Should e-retailers be permitted to demand that online customers provide them with intrusive personal information? In a ruling that ought to trouble us all, the California Supreme Court last week said yes.

In a 4-3 decision, the court ruled against a customer who did not want to provide his home address and phone number in order to download music from Apple. The court's majority held that an aging law which prevents brick and mortar retailers from demanding such information does not apply to online retailers. They sided with the e-retailers, who claim collecting the data is necessary for the prevention of identity theft and fraud.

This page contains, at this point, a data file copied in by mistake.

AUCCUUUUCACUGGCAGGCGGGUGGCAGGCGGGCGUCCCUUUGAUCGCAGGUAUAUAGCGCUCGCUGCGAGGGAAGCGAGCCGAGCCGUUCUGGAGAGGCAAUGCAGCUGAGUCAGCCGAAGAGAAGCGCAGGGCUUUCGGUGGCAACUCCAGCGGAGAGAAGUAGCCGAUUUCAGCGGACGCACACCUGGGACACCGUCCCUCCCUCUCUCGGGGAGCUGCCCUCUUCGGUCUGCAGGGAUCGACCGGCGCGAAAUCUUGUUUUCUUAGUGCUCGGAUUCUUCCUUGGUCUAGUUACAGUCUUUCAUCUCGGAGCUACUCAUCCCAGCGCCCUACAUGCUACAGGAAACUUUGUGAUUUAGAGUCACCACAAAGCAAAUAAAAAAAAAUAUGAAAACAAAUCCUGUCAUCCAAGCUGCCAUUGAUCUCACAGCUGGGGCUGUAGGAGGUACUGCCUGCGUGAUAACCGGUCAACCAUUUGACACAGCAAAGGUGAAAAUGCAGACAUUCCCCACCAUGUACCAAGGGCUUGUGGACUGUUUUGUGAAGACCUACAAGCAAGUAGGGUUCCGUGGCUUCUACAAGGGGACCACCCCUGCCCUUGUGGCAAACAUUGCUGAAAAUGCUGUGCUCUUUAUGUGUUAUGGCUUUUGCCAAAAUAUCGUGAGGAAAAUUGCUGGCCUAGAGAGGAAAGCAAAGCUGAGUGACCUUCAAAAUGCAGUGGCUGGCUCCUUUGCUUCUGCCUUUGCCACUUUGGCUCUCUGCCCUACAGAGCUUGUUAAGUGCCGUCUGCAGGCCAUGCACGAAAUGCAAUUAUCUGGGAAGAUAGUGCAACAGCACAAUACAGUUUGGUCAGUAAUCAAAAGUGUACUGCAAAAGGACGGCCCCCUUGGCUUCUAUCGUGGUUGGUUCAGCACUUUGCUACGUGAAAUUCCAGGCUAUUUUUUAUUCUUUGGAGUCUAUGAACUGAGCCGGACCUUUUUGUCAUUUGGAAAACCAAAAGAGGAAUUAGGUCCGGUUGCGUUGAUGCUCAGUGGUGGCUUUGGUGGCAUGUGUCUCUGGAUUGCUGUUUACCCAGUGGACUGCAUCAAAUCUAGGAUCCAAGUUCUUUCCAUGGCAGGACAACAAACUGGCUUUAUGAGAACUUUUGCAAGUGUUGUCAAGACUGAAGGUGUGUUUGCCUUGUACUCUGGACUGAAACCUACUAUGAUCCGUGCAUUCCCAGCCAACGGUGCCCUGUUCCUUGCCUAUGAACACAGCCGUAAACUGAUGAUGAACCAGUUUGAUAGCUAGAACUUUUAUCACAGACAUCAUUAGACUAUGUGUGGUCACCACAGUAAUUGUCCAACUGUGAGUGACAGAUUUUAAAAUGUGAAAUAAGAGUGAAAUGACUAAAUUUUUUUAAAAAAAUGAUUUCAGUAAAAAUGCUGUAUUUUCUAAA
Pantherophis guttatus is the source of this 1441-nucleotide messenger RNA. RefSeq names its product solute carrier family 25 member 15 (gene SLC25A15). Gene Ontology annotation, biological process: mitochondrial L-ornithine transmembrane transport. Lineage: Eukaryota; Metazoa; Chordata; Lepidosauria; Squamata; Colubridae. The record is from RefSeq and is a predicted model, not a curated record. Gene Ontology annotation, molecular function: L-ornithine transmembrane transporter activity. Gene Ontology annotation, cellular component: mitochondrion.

The dissenting justices, however, point out that the ruling both erodes consumer privacy protection and frees those retailers to sell their customers' personal information to other companies.

Consumer advocacy organizations echo the dissenting justices in arguing that online retailers can surely find ways to protect against fraud without collecting unnecessary personal data. And they are correct.

The Legislature needs to take up the matter and amend the state's consumer protection law, with an emphasis on balancing e-retailers' legitimate fraud and theft concerns with consumers' equally legitimate privacy concerns.